Lyon County Sheriff Shares Thoughts on Constitutional Sheriffs Association, County’s Response to Federal and State Mandates | News from Carson City, Nevada


Lyon County Sheriff Frank Hunewill shared his thoughts on the proposal on this week’s agenda that would declare Lyon County a “constitutional county” and his support for Sheriff Hunewill joining the Constitutional Association sheriffs and police officers.

To read our previous coverage of the agenda item and CSPOA, click here.

One of the positions held by the group is that county sheriffs have the power to interpret US and state constitutions, and that they can arrest government agents and employees for enforcing laws that go to against their interpretations.

Sheriff Hunewill said he is a member of the Association, but has not brought the matter to the Lyon County Board of Directors for discussion.

KP: Can you confirm that you have joined the Association and, if so, can you explain your reason for joining the organization?

F H : Yes, I am, because I believe in the principles of the organization. Support our rights as defined by the Constitution of the United States and the Constitution of our State. The oath I took as a sheriff is based on these two facts. The position I defend has not changed since this all started. The fact that the BOCC (Board of County Commissioners) decided to take a stand does not change mine. The board of directors does not and should never have the power to tell me what to do. The board members took it upon themselves to draft a resolution following other Nevada counties. It may seem like he’s being pushed by me but the two decisions are really independent of each other. The unfortunate part of this whole topic is that some people have taken what some of us believe are our rights and turned it into a political issue.

KP: Do you agree with (CSPOA) that you, as the sheriff, should be able to interpret the Constitution and that the decision of which laws are constitutional should be yours? One of the points I found a little troubling was the belief that sheriffs should take it upon themselves to arrest any government agent they believe is acting unconstitutionally, such as a member of the health department applying the mask warrants. Is this something that you also believe in?

F H : I agree with you that some concepts have gone too far. I do not think it is for me to interpret the constitution and determine which laws are constitutional, but rather to have the discretion in some cases to take an active role in the application based on the facts of the moment. I agree with the concept that the county sheriff has the ultimate authority over laws that affect local jurisdictions. Regarding the arrest of government agents on the spot, this is a very broad statement. If they break the law and are an agent of the government, they are not exempt. This is where this whole issue got out of hand. We need to get back to basics and realize that our job is to keep the public safe and enforce the laws that we are able to safely make. Keep in mind that as local authorities we need a good working relationship with our federal partners because we cannot do our job alone, but neither should we be afraid to have those conversations with them when they can cross the line. We also need to go beyond our personal agendas and figure out how to work together.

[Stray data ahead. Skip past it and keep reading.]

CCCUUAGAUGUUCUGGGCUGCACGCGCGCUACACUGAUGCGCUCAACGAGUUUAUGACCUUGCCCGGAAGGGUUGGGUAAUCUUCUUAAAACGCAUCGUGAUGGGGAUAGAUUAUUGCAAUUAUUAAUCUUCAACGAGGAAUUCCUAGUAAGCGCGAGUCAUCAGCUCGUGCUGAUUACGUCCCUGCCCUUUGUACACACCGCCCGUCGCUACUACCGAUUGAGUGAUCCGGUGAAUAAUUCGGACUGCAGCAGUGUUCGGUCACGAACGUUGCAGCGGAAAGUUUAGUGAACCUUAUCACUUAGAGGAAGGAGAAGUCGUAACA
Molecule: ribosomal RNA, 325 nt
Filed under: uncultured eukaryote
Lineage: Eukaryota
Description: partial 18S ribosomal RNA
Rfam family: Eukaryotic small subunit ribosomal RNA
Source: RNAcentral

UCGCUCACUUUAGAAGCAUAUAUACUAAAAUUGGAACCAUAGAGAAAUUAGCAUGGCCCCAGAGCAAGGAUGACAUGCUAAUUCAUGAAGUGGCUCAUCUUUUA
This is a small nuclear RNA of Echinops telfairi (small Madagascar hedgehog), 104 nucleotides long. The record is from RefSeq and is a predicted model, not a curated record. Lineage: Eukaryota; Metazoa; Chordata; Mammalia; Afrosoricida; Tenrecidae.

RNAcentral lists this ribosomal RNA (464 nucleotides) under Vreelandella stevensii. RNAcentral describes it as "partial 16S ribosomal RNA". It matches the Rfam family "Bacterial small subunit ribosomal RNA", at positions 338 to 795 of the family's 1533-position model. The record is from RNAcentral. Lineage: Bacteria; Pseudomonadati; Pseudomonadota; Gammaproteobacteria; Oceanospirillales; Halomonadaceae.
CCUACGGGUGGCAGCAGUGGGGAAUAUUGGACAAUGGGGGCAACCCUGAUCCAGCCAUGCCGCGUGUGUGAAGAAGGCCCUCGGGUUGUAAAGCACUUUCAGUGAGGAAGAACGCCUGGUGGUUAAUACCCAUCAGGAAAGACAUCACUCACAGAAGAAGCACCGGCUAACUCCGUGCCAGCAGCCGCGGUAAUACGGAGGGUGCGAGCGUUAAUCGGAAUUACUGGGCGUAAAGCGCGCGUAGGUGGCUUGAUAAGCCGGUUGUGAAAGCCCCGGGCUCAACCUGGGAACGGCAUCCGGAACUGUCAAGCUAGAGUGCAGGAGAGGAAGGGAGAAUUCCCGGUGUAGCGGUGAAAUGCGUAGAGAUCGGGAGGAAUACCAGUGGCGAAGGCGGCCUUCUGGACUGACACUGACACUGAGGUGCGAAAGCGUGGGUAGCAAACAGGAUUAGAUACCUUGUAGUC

KP: What do you hope to gain from being part of this group? Will any of the local policies be changed to align with CSPOA policies?

F H : What I hope is that people start to get involved in what is going on in our country. Good people with good values ​​get involved. I don’t see any of our local policies changing much. We have already dealt with the issues that have arisen responsibly. We are fortunate to live in the regions where we live.

KP: Can you tell me more about the issues you are referring to?

F H : We got out early and said we weren’t going to be the mask police. We would only get involved in the mask issue if there was a criminal offense related to it. We also did not get involved in limiting church gatherings. These are just two examples of topics that have been raised. We have a job to do despite all the twists and turns that ensue, to apply the laws that are written to the best of our ability and that have a criminal link.

KP: So, if I understand correctly, what concerns you most is NOT applying rules that you find unconstitutional, not necessarily prosecuting people who you think are acting unconstitutional. I think a major concern would be for the sheriff’s department to say, arrest a member of the county commission or health department for promulgating an ordinance that the sheriff’s office disagreed with and determined that it was unconstitutional.

F H : We are not going to engage in the application or support of laws that go against the constitution.

KP: So to be clear, the sheriff’s office won’t take it upon themselves to arrest any government official acting in a professional capacity that they (the sheriff’s office) deems to be acting unconstitutionally?

F H : I never said that. It goes back to where I started, there is a lot more to it than what people know or think. A lot of things have taken out of context. There are a number of things operationally in place that hopefully either illuminate or reduce the likelihood of any of these types of actions happening at the local level. People forget two very important words – due process – which are stated a number of times in the constitution.

Lyon County Commissioners will vote on the proclamation on Thursday, July 1 at the Lyon County Administrative Complex, located at 27 S. Main Street in Yerington.

The meeting will start at 9 a.m.

You can also watch the meeting yourself online in the following ways:
Join the Zoom meeting:

Meeting ID: 886 9004 0964 / Access Code: 220631

A mobile tap: 1-253-215-8782 / Dial by your location: 1-346-248-7799



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